It's fascinating stuff for a bunch of different reasons, among them the chance to see what, exactly, the people who host SportsCenter are expected to do. There's a lot that goes into making a tv show, and the behind-the-scenes aspect is kind of cool. It also doesn't hurt that the people involved are actually all pretty good. The one contestant who was a train wreck, relatively speaking, was a lot better at it than the talentless dopes who turn up on American Idol.
Of course, shows in this format are really about the judges as much as anything else, and they're a big factor here, too. One of the women from ESPN2's godawful morning show is there to be the token nice person, LaVar Arrington of the Redskins is there as the token athlete (and his decisions seem to be almost completely random). The "people who know what they're talking about" slots are filled by Tony "Pardon the Interruption" Kornheiser (who's shutting down his radio show, removing any need for me to listen to ESPN radio any more) and Al Jaffe, the hiring director for ESPN.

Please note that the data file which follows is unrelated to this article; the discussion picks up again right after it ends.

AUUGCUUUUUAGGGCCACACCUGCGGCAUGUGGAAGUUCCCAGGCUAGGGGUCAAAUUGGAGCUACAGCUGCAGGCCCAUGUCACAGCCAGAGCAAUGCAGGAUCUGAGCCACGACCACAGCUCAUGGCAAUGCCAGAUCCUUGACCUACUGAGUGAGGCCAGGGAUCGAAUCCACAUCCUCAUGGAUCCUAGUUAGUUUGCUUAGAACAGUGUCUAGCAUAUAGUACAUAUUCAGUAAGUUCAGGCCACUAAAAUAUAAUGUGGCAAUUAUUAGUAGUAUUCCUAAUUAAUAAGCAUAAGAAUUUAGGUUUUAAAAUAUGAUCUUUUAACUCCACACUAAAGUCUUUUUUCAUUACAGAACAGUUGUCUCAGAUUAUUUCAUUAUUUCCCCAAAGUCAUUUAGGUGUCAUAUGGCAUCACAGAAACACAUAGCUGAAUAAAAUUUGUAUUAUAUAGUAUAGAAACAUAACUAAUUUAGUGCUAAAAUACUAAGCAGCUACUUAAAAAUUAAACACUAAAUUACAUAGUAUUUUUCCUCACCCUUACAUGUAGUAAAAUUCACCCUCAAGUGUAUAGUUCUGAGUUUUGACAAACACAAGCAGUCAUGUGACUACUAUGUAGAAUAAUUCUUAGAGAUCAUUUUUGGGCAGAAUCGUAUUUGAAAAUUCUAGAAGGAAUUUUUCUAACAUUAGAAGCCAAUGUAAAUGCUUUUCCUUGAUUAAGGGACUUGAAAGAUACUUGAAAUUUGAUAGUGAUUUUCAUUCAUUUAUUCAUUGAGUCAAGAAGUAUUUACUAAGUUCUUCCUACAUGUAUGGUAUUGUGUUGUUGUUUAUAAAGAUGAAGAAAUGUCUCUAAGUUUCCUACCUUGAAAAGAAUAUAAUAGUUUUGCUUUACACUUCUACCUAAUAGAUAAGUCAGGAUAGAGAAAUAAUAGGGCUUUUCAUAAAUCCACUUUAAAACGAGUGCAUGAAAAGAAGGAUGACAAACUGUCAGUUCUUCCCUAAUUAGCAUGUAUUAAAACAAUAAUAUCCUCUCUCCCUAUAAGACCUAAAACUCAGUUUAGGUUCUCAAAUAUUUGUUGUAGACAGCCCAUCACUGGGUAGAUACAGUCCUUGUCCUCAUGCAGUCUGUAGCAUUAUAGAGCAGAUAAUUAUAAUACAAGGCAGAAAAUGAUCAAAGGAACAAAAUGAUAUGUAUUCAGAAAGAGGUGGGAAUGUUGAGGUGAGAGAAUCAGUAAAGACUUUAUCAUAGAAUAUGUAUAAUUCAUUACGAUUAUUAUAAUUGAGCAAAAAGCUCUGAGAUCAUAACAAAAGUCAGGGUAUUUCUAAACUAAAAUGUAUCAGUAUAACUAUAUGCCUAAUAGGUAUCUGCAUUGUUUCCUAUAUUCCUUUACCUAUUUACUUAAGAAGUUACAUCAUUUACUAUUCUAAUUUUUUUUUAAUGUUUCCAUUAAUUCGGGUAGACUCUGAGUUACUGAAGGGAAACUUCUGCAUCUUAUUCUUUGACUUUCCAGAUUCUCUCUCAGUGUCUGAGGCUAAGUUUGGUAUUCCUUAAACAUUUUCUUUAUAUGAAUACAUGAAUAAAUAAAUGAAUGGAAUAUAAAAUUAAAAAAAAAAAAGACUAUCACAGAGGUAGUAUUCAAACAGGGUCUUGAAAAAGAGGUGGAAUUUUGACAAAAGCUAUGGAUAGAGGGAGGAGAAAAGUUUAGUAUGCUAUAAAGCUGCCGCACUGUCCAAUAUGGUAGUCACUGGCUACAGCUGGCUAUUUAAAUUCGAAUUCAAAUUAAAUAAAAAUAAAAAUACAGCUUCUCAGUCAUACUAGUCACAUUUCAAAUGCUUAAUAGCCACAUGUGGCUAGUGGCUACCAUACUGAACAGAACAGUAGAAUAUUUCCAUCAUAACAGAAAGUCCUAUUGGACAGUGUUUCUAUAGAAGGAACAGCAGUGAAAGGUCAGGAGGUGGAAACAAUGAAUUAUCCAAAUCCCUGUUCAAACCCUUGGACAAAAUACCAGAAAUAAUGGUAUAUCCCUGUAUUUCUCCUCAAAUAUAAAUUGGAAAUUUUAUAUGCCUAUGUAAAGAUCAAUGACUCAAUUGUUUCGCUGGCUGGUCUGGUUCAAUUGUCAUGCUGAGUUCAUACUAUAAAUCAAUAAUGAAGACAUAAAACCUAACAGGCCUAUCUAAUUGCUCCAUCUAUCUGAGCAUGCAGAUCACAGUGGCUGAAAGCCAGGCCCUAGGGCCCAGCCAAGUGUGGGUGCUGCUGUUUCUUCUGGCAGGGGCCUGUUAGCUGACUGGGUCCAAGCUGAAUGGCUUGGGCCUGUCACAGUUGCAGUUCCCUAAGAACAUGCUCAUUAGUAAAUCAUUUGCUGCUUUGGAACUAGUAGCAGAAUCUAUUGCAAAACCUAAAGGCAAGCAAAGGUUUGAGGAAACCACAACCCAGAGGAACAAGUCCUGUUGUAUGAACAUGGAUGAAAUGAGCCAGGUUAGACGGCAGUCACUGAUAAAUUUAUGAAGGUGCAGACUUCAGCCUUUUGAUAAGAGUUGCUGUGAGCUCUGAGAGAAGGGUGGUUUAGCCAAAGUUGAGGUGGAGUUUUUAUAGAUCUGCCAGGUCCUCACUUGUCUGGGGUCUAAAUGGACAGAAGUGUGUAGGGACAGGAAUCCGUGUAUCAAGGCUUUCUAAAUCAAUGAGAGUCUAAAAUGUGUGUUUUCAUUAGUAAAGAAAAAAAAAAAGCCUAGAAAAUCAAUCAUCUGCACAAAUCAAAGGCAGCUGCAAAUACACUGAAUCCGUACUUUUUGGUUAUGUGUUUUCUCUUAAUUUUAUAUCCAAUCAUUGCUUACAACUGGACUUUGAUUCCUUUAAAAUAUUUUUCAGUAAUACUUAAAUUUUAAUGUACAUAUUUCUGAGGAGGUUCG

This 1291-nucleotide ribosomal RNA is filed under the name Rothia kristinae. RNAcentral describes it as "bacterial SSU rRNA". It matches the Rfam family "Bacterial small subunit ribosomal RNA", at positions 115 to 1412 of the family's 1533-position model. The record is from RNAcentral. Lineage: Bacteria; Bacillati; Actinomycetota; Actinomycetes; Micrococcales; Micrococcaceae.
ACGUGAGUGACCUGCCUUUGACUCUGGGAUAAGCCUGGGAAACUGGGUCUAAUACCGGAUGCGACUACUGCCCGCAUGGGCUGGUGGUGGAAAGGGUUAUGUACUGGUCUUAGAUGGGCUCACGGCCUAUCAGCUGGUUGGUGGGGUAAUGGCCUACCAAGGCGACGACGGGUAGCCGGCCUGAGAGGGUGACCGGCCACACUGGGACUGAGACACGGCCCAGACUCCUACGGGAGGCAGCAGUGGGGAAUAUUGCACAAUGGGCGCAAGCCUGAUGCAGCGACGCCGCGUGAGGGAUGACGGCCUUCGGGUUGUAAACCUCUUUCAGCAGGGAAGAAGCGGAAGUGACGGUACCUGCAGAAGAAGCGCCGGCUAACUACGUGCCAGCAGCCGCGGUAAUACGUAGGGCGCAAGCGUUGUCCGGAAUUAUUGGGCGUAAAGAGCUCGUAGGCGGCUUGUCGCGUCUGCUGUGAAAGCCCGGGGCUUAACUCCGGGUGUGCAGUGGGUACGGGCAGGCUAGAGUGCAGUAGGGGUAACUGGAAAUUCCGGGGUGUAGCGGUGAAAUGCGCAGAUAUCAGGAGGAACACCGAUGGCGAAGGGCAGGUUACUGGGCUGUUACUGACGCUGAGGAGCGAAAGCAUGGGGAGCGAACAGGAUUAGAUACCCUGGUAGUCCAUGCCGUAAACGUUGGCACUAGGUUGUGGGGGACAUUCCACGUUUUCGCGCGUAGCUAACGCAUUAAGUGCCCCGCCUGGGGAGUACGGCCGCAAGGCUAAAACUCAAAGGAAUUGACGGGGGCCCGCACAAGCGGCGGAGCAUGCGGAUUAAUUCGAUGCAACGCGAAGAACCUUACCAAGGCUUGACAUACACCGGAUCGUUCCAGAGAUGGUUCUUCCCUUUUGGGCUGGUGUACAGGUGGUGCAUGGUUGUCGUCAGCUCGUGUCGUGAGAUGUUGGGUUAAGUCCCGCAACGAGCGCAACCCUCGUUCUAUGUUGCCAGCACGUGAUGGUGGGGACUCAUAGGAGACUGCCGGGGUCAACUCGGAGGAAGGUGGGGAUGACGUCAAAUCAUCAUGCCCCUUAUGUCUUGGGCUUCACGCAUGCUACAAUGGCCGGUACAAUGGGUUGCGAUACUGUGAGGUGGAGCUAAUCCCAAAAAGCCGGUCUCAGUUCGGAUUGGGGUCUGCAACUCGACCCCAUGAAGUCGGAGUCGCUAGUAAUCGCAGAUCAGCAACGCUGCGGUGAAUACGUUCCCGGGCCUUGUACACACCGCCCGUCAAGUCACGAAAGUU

If you'd asked me beforehand which of these people would be the most interesting, I would've said Kornheiser, as he's consistently entertaining. PTI is the only reason to watch ESPN at all between June and September-- he and Wilbon alomst manage to make baseball interesting. I would've been wrong in that guess, though: the most interesting judge has turned out to be Al Jaffe, just because he evidently doesn't watch his own network.
On various episodes, he's chided contestants for referring to their own college backgrounds (obviously, he's never seen Stuart Scott and Scott Van Pelt do ACC highlights), reprimanded them for trying to be funny (an episdoe that was followed by a three-minute lead-in to SportsCenter in which Karl Ravich and Scott Van Pelt discussed the "Dominant Animal Theory" of picking college basketball games), and stated flatly that "mispronunciations are simply not acceptable" (followed by a SportsCenter in which no-one could seem to decide how to pronounce "Terrell Owens," "Xavier," or "Nevada"). It's really remarkable just how out of touch he can be while ostensibly running things.
You'd think he was the National Security Advisor, or something.